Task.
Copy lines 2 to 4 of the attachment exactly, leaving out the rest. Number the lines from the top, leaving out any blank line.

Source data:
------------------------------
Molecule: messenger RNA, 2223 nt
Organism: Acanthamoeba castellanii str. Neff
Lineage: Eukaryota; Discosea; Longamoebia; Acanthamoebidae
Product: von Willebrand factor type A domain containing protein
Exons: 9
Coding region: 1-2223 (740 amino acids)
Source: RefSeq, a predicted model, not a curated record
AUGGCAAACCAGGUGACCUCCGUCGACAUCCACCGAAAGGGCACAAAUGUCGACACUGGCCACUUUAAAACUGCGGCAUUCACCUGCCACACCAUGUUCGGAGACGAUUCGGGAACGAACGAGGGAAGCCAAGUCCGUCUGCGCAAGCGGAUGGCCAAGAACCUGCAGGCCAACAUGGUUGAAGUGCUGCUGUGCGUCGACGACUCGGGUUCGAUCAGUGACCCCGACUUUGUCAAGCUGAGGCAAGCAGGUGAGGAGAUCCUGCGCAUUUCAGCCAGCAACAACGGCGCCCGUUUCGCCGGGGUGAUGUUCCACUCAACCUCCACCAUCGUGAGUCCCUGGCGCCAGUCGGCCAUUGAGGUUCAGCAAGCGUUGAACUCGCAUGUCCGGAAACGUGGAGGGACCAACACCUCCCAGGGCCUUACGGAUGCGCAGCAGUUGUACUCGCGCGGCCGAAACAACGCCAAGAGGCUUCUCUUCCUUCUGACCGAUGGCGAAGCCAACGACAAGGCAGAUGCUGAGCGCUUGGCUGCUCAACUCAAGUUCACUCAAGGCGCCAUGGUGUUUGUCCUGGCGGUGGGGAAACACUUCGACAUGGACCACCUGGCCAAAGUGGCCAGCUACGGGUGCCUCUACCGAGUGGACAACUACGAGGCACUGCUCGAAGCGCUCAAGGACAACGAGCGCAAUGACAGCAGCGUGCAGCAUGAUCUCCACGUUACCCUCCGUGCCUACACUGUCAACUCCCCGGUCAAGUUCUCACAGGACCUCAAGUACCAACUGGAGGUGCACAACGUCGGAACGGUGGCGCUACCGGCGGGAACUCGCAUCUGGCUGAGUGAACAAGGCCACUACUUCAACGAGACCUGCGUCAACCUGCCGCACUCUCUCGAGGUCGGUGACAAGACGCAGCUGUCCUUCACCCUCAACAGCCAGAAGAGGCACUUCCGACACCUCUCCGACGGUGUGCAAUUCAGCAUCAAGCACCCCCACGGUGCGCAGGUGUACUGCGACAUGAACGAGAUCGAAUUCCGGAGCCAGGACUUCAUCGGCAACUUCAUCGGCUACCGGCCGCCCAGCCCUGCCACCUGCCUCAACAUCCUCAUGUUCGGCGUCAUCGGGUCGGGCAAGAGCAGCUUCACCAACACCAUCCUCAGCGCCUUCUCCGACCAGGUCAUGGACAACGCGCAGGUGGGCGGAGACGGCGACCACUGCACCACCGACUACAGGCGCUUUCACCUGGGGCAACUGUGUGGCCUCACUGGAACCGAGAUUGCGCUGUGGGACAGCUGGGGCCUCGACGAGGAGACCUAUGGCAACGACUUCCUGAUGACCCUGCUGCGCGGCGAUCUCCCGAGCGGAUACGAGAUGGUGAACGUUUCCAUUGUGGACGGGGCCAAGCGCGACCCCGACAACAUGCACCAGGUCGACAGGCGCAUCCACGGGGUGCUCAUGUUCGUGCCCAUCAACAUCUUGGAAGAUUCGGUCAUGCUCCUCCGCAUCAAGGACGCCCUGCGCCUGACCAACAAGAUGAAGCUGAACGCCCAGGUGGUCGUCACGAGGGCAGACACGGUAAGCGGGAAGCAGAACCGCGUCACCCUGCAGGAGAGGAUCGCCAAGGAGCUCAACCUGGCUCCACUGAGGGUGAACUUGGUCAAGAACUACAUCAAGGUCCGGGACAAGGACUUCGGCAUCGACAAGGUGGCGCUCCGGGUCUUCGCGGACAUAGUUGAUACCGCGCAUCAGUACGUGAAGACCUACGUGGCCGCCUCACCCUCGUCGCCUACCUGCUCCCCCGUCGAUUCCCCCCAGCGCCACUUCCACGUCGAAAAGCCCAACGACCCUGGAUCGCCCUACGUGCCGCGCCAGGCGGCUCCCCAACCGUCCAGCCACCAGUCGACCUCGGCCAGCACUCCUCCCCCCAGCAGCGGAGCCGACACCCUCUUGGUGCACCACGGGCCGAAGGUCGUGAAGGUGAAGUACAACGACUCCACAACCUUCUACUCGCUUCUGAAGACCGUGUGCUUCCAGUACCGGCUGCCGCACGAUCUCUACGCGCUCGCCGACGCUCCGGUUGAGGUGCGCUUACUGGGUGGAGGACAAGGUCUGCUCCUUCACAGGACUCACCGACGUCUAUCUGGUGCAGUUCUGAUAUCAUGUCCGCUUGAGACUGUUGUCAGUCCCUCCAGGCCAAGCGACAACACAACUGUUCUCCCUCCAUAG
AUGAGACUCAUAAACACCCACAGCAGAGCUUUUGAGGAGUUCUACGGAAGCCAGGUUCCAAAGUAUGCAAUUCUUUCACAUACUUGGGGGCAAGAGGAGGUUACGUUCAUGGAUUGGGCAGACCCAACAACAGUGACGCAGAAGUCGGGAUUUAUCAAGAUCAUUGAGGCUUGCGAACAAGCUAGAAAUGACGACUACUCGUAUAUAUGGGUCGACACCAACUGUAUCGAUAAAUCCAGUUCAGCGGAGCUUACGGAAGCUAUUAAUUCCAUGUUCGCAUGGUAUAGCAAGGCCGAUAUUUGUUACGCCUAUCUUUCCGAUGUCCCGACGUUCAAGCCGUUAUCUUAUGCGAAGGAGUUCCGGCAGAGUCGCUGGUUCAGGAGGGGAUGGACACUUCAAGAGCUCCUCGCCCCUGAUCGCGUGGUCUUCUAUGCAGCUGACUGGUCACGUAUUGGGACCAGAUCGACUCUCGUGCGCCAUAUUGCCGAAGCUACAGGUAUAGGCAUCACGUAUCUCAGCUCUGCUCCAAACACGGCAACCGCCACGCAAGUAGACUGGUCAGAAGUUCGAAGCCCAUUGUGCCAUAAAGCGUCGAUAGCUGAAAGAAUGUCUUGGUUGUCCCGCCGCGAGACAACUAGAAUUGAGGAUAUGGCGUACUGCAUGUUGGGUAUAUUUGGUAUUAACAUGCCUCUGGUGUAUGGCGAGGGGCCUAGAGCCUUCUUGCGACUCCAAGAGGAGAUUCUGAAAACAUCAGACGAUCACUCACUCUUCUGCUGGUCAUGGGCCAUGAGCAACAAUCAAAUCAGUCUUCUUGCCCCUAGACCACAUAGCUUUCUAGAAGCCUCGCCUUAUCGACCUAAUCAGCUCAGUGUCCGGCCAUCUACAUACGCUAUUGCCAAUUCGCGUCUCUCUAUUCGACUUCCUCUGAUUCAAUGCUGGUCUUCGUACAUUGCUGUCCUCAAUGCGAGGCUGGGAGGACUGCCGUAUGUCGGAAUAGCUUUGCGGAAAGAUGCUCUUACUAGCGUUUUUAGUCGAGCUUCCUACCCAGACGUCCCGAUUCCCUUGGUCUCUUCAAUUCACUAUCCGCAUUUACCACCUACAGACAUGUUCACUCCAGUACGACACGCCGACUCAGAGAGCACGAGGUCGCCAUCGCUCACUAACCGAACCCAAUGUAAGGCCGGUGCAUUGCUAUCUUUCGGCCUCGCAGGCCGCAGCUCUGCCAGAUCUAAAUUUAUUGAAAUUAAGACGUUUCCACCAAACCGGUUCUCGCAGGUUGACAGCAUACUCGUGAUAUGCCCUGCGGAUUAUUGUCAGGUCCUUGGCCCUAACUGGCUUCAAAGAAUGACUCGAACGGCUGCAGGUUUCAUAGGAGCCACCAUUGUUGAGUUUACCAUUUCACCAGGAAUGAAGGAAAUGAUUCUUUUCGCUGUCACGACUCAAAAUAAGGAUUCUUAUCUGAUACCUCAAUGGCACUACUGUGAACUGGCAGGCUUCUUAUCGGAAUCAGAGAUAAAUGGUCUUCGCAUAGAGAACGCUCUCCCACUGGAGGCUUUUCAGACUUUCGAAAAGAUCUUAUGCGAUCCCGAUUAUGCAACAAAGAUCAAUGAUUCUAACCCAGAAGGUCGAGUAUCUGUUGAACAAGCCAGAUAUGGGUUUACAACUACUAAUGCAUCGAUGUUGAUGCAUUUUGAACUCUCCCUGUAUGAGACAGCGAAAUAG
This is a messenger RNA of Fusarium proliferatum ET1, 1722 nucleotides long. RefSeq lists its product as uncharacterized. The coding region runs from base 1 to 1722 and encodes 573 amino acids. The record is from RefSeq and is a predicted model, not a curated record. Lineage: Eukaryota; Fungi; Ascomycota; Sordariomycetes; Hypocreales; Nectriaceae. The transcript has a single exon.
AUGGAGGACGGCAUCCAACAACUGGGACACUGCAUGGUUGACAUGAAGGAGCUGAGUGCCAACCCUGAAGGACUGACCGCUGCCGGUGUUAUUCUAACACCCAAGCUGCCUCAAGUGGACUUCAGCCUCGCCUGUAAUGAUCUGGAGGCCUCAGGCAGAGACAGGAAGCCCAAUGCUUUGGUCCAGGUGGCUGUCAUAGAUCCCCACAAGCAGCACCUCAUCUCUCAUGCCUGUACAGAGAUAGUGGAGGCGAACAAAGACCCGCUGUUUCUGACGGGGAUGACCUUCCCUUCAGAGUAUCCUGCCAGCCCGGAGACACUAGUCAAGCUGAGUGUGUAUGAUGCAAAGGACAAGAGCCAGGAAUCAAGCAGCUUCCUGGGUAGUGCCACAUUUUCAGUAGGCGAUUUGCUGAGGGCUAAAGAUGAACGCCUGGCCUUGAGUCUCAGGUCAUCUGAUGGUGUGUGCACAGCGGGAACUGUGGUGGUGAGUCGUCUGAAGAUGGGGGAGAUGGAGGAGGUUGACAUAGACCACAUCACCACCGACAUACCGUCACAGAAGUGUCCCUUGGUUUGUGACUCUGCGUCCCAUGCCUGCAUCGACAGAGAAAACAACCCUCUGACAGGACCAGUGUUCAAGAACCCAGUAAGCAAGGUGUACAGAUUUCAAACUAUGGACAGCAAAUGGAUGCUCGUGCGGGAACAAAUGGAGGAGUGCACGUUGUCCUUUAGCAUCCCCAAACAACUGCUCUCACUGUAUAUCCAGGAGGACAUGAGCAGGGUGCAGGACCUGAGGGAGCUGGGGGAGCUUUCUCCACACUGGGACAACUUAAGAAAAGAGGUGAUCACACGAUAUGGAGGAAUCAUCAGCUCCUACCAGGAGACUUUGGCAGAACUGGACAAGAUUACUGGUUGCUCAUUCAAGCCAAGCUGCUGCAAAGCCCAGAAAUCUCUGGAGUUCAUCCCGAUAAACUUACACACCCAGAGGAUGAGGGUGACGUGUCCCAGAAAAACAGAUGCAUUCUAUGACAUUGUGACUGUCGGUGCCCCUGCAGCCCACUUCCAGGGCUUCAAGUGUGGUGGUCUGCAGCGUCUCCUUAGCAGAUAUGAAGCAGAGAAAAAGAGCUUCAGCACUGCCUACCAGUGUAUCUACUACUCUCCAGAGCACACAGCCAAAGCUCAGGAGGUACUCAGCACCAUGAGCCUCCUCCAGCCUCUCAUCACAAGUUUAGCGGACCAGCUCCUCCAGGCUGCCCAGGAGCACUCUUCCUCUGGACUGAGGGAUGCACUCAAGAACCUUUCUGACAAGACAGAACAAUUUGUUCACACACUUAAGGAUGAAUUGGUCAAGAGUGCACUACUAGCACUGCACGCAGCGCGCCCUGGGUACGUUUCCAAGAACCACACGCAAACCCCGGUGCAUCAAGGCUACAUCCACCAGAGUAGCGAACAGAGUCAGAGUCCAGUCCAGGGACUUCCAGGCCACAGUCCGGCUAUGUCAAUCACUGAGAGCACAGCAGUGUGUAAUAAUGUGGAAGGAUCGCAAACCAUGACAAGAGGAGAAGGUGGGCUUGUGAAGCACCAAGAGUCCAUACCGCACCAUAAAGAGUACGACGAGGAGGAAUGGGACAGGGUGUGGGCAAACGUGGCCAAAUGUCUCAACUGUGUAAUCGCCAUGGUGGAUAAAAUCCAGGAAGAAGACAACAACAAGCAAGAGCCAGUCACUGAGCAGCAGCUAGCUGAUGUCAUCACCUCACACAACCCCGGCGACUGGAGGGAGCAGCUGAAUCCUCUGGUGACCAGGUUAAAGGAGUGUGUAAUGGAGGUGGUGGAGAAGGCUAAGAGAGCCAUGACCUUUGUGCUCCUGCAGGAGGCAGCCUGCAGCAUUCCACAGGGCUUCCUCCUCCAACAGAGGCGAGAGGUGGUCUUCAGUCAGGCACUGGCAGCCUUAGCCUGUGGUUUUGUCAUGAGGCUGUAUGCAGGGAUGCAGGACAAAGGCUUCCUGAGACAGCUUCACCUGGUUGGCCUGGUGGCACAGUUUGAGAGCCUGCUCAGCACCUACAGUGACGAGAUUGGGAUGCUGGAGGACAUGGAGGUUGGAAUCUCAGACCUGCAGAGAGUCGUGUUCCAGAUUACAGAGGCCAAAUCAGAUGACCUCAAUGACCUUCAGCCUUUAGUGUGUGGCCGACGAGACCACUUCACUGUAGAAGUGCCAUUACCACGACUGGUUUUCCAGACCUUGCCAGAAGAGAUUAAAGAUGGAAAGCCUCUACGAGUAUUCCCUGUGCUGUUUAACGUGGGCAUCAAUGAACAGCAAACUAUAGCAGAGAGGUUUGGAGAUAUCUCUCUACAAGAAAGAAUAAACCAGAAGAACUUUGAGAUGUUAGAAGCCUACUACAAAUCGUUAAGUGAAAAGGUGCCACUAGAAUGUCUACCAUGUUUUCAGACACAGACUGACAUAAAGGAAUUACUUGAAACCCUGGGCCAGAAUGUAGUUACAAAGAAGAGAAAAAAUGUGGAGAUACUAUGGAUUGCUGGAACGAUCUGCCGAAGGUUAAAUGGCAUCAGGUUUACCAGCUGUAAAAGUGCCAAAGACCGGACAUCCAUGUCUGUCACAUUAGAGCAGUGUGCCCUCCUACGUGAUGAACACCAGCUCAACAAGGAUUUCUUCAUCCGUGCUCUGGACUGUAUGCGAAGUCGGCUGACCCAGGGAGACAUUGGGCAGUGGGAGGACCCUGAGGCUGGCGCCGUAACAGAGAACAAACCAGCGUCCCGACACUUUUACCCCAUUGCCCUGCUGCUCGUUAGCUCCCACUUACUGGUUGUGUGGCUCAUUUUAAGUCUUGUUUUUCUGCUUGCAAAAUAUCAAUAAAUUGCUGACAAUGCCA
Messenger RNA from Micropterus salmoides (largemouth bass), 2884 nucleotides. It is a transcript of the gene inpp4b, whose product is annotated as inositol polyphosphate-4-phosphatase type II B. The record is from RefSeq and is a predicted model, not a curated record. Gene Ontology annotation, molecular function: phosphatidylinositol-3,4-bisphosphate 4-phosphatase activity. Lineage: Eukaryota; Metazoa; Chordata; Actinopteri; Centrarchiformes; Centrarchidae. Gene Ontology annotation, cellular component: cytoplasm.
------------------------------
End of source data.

Organism: Acanthamoeba castellanii str. Neff
Lineage: Eukaryota; Discosea; Longamoebia; Acanthamoebidae
Product: von Willebrand factor type A domain containing protein